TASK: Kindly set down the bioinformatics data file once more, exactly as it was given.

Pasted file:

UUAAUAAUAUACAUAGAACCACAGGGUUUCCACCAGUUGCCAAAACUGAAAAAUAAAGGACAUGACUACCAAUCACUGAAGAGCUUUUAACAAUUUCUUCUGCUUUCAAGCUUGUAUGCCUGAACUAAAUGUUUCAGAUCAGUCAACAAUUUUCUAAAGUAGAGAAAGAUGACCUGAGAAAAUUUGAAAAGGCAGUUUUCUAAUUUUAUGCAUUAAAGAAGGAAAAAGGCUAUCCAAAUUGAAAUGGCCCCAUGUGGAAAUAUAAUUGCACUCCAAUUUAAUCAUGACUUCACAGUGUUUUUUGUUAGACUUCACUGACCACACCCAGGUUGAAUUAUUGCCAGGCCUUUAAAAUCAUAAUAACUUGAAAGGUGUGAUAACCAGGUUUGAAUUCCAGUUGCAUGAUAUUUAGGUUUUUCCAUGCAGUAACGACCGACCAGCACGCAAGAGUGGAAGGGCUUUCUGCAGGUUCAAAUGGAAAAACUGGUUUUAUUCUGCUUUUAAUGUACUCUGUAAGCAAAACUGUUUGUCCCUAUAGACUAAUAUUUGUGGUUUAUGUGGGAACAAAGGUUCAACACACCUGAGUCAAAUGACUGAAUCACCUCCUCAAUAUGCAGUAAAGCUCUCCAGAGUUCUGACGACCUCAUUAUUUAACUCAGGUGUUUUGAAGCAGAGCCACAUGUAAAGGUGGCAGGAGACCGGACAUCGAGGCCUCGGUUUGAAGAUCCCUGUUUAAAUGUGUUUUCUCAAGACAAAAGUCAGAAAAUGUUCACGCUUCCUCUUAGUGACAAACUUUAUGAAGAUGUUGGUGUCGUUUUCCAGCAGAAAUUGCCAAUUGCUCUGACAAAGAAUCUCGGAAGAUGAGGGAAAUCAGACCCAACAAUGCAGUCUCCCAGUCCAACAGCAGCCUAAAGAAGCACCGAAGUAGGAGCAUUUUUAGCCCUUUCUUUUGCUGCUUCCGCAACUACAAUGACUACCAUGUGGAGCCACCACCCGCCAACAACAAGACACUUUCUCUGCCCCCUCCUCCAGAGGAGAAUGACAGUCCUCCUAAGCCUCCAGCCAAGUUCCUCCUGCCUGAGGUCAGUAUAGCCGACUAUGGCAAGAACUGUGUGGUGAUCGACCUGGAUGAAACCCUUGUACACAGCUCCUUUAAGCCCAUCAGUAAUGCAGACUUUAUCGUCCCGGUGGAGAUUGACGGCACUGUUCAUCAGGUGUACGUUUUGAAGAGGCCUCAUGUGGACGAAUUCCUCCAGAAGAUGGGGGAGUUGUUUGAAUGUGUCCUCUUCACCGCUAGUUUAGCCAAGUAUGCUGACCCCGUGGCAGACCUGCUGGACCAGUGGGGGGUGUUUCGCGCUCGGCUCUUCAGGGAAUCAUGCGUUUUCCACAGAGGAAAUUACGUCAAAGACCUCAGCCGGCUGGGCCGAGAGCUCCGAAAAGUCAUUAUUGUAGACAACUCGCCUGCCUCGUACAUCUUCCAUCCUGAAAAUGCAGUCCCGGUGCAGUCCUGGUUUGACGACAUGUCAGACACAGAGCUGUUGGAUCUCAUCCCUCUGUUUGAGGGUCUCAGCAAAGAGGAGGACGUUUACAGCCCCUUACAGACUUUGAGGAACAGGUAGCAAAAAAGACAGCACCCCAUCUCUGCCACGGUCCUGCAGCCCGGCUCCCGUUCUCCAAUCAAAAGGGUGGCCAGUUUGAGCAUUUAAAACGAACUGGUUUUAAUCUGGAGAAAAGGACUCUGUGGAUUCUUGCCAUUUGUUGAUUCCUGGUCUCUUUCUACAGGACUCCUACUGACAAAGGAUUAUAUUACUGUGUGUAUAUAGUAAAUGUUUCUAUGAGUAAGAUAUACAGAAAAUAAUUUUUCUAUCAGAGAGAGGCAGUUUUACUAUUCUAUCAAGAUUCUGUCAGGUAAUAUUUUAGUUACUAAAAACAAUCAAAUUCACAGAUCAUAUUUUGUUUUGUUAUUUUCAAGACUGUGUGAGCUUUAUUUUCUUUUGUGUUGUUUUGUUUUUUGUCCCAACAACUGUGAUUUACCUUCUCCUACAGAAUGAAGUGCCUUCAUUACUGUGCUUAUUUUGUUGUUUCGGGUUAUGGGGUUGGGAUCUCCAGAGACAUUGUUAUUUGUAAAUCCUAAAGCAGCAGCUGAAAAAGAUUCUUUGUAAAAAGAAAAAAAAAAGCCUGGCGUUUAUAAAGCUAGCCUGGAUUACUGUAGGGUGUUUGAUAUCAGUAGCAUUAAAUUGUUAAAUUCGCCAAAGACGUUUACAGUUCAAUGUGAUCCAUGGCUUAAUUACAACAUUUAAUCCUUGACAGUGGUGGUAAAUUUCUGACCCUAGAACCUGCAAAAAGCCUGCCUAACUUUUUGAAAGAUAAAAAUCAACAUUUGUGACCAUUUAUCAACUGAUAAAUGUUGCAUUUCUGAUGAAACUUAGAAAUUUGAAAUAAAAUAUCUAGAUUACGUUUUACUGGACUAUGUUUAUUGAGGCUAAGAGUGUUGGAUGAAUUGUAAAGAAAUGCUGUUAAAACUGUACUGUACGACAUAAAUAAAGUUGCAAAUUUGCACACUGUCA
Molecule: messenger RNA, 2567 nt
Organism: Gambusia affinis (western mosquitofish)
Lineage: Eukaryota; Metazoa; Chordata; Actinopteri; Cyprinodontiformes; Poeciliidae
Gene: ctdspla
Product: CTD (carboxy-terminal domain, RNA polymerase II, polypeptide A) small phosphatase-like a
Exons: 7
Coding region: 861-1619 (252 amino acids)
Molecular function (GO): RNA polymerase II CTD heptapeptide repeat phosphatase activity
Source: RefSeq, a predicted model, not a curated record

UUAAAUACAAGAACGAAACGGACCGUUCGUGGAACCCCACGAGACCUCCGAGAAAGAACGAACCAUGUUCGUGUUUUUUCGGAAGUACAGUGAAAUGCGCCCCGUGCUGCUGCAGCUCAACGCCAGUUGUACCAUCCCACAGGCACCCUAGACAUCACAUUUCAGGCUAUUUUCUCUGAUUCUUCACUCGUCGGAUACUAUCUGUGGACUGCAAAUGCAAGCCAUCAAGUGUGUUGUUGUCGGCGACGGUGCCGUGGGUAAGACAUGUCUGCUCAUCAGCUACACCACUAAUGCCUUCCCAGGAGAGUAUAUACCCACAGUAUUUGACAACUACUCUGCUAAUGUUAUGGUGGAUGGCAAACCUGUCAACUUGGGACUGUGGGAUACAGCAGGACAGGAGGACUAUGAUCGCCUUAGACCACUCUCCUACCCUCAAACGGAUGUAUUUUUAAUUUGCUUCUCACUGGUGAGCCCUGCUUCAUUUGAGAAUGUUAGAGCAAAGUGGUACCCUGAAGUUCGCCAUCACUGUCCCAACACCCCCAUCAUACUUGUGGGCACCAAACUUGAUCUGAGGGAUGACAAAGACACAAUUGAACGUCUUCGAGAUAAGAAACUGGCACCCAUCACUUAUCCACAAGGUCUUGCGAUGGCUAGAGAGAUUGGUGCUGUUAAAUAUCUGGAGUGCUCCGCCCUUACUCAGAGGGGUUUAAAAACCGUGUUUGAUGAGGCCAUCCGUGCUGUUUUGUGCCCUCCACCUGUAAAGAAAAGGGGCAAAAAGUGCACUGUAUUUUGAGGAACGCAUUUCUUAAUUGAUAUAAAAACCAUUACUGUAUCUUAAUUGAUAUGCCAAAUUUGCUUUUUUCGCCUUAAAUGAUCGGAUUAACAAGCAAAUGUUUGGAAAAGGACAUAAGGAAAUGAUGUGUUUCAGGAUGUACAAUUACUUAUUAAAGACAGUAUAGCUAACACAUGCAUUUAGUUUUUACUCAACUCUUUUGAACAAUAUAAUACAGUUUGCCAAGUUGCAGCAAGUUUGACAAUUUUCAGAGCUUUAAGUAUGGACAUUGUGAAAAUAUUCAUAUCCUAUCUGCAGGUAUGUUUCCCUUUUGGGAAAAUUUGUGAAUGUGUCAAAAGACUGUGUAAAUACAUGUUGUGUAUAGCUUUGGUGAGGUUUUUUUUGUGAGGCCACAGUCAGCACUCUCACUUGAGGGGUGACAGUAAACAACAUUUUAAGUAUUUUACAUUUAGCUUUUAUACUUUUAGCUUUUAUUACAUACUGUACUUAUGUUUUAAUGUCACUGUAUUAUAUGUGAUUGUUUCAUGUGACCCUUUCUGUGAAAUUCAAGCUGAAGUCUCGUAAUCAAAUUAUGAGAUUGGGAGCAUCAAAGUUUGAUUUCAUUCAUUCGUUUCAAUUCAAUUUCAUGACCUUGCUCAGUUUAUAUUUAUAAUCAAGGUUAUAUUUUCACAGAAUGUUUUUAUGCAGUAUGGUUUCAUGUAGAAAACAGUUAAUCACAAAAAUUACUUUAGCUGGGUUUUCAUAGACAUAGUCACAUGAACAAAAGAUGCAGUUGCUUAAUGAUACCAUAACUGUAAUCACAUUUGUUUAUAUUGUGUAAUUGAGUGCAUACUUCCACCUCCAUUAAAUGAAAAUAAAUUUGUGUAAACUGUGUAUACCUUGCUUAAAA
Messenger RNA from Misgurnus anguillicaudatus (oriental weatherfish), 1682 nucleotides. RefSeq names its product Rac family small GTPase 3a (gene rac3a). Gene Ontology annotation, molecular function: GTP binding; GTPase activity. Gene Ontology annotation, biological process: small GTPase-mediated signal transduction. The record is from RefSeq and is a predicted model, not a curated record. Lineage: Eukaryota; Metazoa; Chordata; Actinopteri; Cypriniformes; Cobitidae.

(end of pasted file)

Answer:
UUAAUAAUAUACAUAGAACCACAGGGUUUCCACCAGUUGCCAAAACUGAAAAAUAAAGGACAUGACUACCAAUCACUGAAGAGCUUUUAACAAUUUCUUCUGCUUUCAAGCUUGUAUGCCUGAACUAAAUGUUUCAGAUCAGUCAACAAUUUUCUAAAGUAGAGAAAGAUGACCUGAGAAAAUUUGAAAAGGCAGUUUUCUAAUUUUAUGCAUUAAAGAAGGAAAAAGGCUAUCCAAAUUGAAAUGGCCCCAUGUGGAAAUAUAAUUGCACUCCAAUUUAAUCAUGACUUCACAGUGUUUUUUGUUAGACUUCACUGACCACACCCAGGUUGAAUUAUUGCCAGGCCUUUAAAAUCAUAAUAACUUGAAAGGUGUGAUAACCAGGUUUGAAUUCCAGUUGCAUGAUAUUUAGGUUUUUCCAUGCAGUAACGACCGACCAGCACGCAAGAGUGGAAGGGCUUUCUGCAGGUUCAAAUGGAAAAACUGGUUUUAUUCUGCUUUUAAUGUACUCUGUAAGCAAAACUGUUUGUCCCUAUAGACUAAUAUUUGUGGUUUAUGUGGGAACAAAGGUUCAACACACCUGAGUCAAAUGACUGAAUCACCUCCUCAAUAUGCAGUAAAGCUCUCCAGAGUUCUGACGACCUCAUUAUUUAACUCAGGUGUUUUGAAGCAGAGCCACAUGUAAAGGUGGCAGGAGACCGGACAUCGAGGCCUCGGUUUGAAGAUCCCUGUUUAAAUGUGUUUUCUCAAGACAAAAGUCAGAAAAUGUUCACGCUUCCUCUUAGUGACAAACUUUAUGAAGAUGUUGGUGUCGUUUUCCAGCAGAAAUUGCCAAUUGCUCUGACAAAGAAUCUCGGAAGAUGAGGGAAAUCAGACCCAACAAUGCAGUCUCCCAGUCCAACAGCAGCCUAAAGAAGCACCGAAGUAGGAGCAUUUUUAGCCCUUUCUUUUGCUGCUUCCGCAACUACAAUGACUACCAUGUGGAGCCACCACCCGCCAACAACAAGACACUUUCUCUGCCCCCUCCUCCAGAGGAGAAUGACAGUCCUCCUAAGCCUCCAGCCAAGUUCCUCCUGCCUGAGGUCAGUAUAGCCGACUAUGGCAAGAACUGUGUGGUGAUCGACCUGGAUGAAACCCUUGUACACAGCUCCUUUAAGCCCAUCAGUAAUGCAGACUUUAUCGUCCCGGUGGAGAUUGACGGCACUGUUCAUCAGGUGUACGUUUUGAAGAGGCCUCAUGUGGACGAAUUCCUCCAGAAGAUGGGGGAGUUGUUUGAAUGUGUCCUCUUCACCGCUAGUUUAGCCAAGUAUGCUGACCCCGUGGCAGACCUGCUGGACCAGUGGGGGGUGUUUCGCGCUCGGCUCUUCAGGGAAUCAUGCGUUUUCCACAGAGGAAAUUACGUCAAAGACCUCAGCCGGCUGGGCCGAGAGCUCCGAAAAGUCAUUAUUGUAGACAACUCGCCUGCCUCGUACAUCUUCCAUCCUGAAAAUGCAGUCCCGGUGCAGUCCUGGUUUGACGACAUGUCAGACACAGAGCUGUUGGAUCUCAUCCCUCUGUUUGAGGGUCUCAGCAAAGAGGAGGACGUUUACAGCCCCUUACAGACUUUGAGGAACAGGUAGCAAAAAAGACAGCACCCCAUCUCUGCCACGGUCCUGCAGCCCGGCUCCCGUUCUCCAAUCAAAAGGGUGGCCAGUUUGAGCAUUUAAAACGAACUGGUUUUAAUCUGGAGAAAAGGACUCUGUGGAUUCUUGCCAUUUGUUGAUUCCUGGUCUCUUUCUACAGGACUCCUACUGACAAAGGAUUAUAUUACUGUGUGUAUAUAGUAAAUGUUUCUAUGAGUAAGAUAUACAGAAAAUAAUUUUUCUAUCAGAGAGAGGCAGUUUUACUAUUCUAUCAAGAUUCUGUCAGGUAAUAUUUUAGUUACUAAAAACAAUCAAAUUCACAGAUCAUAUUUUGUUUUGUUAUUUUCAAGACUGUGUGAGCUUUAUUUUCUUUUGUGUUGUUUUGUUUUUUGUCCCAACAACUGUGAUUUACCUUCUCCUACAGAAUGAAGUGCCUUCAUUACUGUGCUUAUUUUGUUGUUUCGGGUUAUGGGGUUGGGAUCUCCAGAGACAUUGUUAUUUGUAAAUCCUAAAGCAGCAGCUGAAAAAGAUUCUUUGUAAAAAGAAAAAAAAAAGCCUGGCGUUUAUAAAGCUAGCCUGGAUUACUGUAGGGUGUUUGAUAUCAGUAGCAUUAAAUUGUUAAAUUCGCCAAAGACGUUUACAGUUCAAUGUGAUCCAUGGCUUAAUUACAACAUUUAAUCCUUGACAGUGGUGGUAAAUUUCUGACCCUAGAACCUGCAAAAAGCCUGCCUAACUUUUUGAAAGAUAAAAAUCAACAUUUGUGACCAUUUAUCAACUGAUAAAUGUUGCAUUUCUGAUGAAACUUAGAAAUUUGAAAUAAAAUAUCUAGAUUACGUUUUACUGGACUAUGUUUAUUGAGGCUAAGAGUGUUGGAUGAAUUGUAAAGAAAUGCUGUUAAAACUGUACUGUACGACAUAAAUAAAGUUGCAAAUUUGCACACUGUCA
Molecule: messenger RNA, 2567 nt
Organism: Gambusia affinis (western mosquitofish)
Lineage: Eukaryota; Metazoa; Chordata; Actinopteri; Cyprinodontiformes; Poeciliidae
Gene: ctdspla
Product: CTD (carboxy-terminal domain, RNA polymerase II, polypeptide A) small phosphatase-like a
Exons: 7
Coding region: 861-1619 (252 amino acids)
Molecular function (GO): RNA polymerase II CTD heptapeptide repeat phosphatase activity
Source: RefSeq, a predicted model, not a curated record

UUAAAUACAAGAACGAAACGGACCGUUCGUGGAACCCCACGAGACCUCCGAGAAAGAACGAACCAUGUUCGUGUUUUUUCGGAAGUACAGUGAAAUGCGCCCCGUGCUGCUGCAGCUCAACGCCAGUUGUACCAUCCCACAGGCACCCUAGACAUCACAUUUCAGGCUAUUUUCUCUGAUUCUUCACUCGUCGGAUACUAUCUGUGGACUGCAAAUGCAAGCCAUCAAGUGUGUUGUUGUCGGCGACGGUGCCGUGGGUAAGACAUGUCUGCUCAUCAGCUACACCACUAAUGCCUUCCCAGGAGAGUAUAUACCCACAGUAUUUGACAACUACUCUGCUAAUGUUAUGGUGGAUGGCAAACCUGUCAACUUGGGACUGUGGGAUACAGCAGGACAGGAGGACUAUGAUCGCCUUAGACCACUCUCCUACCCUCAAACGGAUGUAUUUUUAAUUUGCUUCUCACUGGUGAGCCCUGCUUCAUUUGAGAAUGUUAGAGCAAAGUGGUACCCUGAAGUUCGCCAUCACUGUCCCAACACCCCCAUCAUACUUGUGGGCACCAAACUUGAUCUGAGGGAUGACAAAGACACAAUUGAACGUCUUCGAGAUAAGAAACUGGCACCCAUCACUUAUCCACAAGGUCUUGCGAUGGCUAGAGAGAUUGGUGCUGUUAAAUAUCUGGAGUGCUCCGCCCUUACUCAGAGGGGUUUAAAAACCGUGUUUGAUGAGGCCAUCCGUGCUGUUUUGUGCCCUCCACCUGUAAAGAAAAGGGGCAAAAAGUGCACUGUAUUUUGAGGAACGCAUUUCUUAAUUGAUAUAAAAACCAUUACUGUAUCUUAAUUGAUAUGCCAAAUUUGCUUUUUUCGCCUUAAAUGAUCGGAUUAACAAGCAAAUGUUUGGAAAAGGACAUAAGGAAAUGAUGUGUUUCAGGAUGUACAAUUACUUAUUAAAGACAGUAUAGCUAACACAUGCAUUUAGUUUUUACUCAACUCUUUUGAACAAUAUAAUACAGUUUGCCAAGUUGCAGCAAGUUUGACAAUUUUCAGAGCUUUAAGUAUGGACAUUGUGAAAAUAUUCAUAUCCUAUCUGCAGGUAUGUUUCCCUUUUGGGAAAAUUUGUGAAUGUGUCAAAAGACUGUGUAAAUACAUGUUGUGUAUAGCUUUGGUGAGGUUUUUUUUGUGAGGCCACAGUCAGCACUCUCACUUGAGGGGUGACAGUAAACAACAUUUUAAGUAUUUUACAUUUAGCUUUUAUACUUUUAGCUUUUAUUACAUACUGUACUUAUGUUUUAAUGUCACUGUAUUAUAUGUGAUUGUUUCAUGUGACCCUUUCUGUGAAAUUCAAGCUGAAGUCUCGUAAUCAAAUUAUGAGAUUGGGAGCAUCAAAGUUUGAUUUCAUUCAUUCGUUUCAAUUCAAUUUCAUGACCUUGCUCAGUUUAUAUUUAUAAUCAAGGUUAUAUUUUCACAGAAUGUUUUUAUGCAGUAUGGUUUCAUGUAGAAAACAGUUAAUCACAAAAAUUACUUUAGCUGGGUUUUCAUAGACAUAGUCACAUGAACAAAAGAUGCAGUUGCUUAAUGAUACCAUAACUGUAAUCACAUUUGUUUAUAUUGUGUAAUUGAGUGCAUACUUCCACCUCCAUUAAAUGAAAAUAAAUUUGUGUAAACUGUGUAUACCUUGCUUAAAA
Messenger RNA from Misgurnus anguillicaudatus (oriental weatherfish), 1682 nucleotides. RefSeq names its product Rac family small GTPase 3a (gene rac3a). Gene Ontology annotation, molecular function: GTP binding; GTPase activity. Gene Ontology annotation, biological process: small GTPase-mediated signal transduction. The record is from RefSeq and is a predicted model, not a curated record. Lineage: Eukaryota; Metazoa; Chordata; Actinopteri; Cypriniformes; Cobitidae.